by Ulf Arndt, 2008
This write-up is intended to give tips specific for
Most weather books available for Hang Gliding and Paragliding pilots
And cover an area which is influenced by a mix of warm and cold fronts.
This type of weather we tend to get in
Otherwise the flying weather is driven by the fact that the
The overseas books are still good to provide you with the basics. Like
Dennis Pagen, Understanding the Sky. And there is one local written book, which
is a bit over the top for most of us, called The Atmosphere and
Weather of Southern Africa by Preston-Whyte and Tyson for anyone who wants to
get a good understanding on the local weather.
----- Original Message -----
Subject: [cahgc] Beware the FOG
> Just another winter notice.
> We had a bit of a incident the past weekend, when on saterday morning I arrived at Rondebossie it was nice and clear with fog on the coast.
> Winds where light and the paragliders where training so I sat around watching them and microlights and ultralights enjoying the morning air.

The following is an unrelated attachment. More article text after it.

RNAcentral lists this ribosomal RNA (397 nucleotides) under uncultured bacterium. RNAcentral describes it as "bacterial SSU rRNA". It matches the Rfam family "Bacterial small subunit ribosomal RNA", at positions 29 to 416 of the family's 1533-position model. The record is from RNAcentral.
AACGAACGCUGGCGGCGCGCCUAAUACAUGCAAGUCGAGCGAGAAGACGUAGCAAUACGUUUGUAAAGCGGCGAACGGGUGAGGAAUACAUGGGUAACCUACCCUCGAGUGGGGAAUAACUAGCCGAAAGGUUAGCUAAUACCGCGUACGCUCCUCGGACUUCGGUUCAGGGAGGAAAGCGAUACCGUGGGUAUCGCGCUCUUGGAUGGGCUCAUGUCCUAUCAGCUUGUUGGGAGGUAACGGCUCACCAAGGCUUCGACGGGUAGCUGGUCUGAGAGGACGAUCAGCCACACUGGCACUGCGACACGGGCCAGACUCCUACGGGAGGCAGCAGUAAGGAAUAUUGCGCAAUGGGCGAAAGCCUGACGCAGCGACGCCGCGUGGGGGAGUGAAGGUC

> Then suddenly the whole of the cape and the flats was covered in FOG, it happened at a astonishing rate, easily 5 minutes flat from great vis
> over the whole area to no ground in sight, this must have created havoc for the microlight pilots as they where seen flying around circling the hill, I was already thinking of clearing the hill to make a landing spot for these guys.
> But the fog slowly started to burn of after about a hour, and these guys could land. I bet some of them where low on fuel by then!!!
> So beware, FOG can really mess up your flying...
> FOG - F**k Oll Ground.
> Have fun out there...
A high-pressure system moves northward bringing
Cloudiness and rainfall are normally restricted to this region and
south-eastern coasts, as a result of cyclonic or frontal type ,.
A separate cell of high pressure is situated over this area
during winter. This result in clear skies and calm conditions. Snowfalls occur
along the escarpment and more rarely, over the interior.
Interior snowfalls are usually associated with the presence of a strong high following closely behind a cold front (thus “pushing” the cold air into the interior from the east), as well as a strong upper air low which enables uplift, condensation and cloud formation to take place although orographic uplift (mountain lift) is important along the escarpment.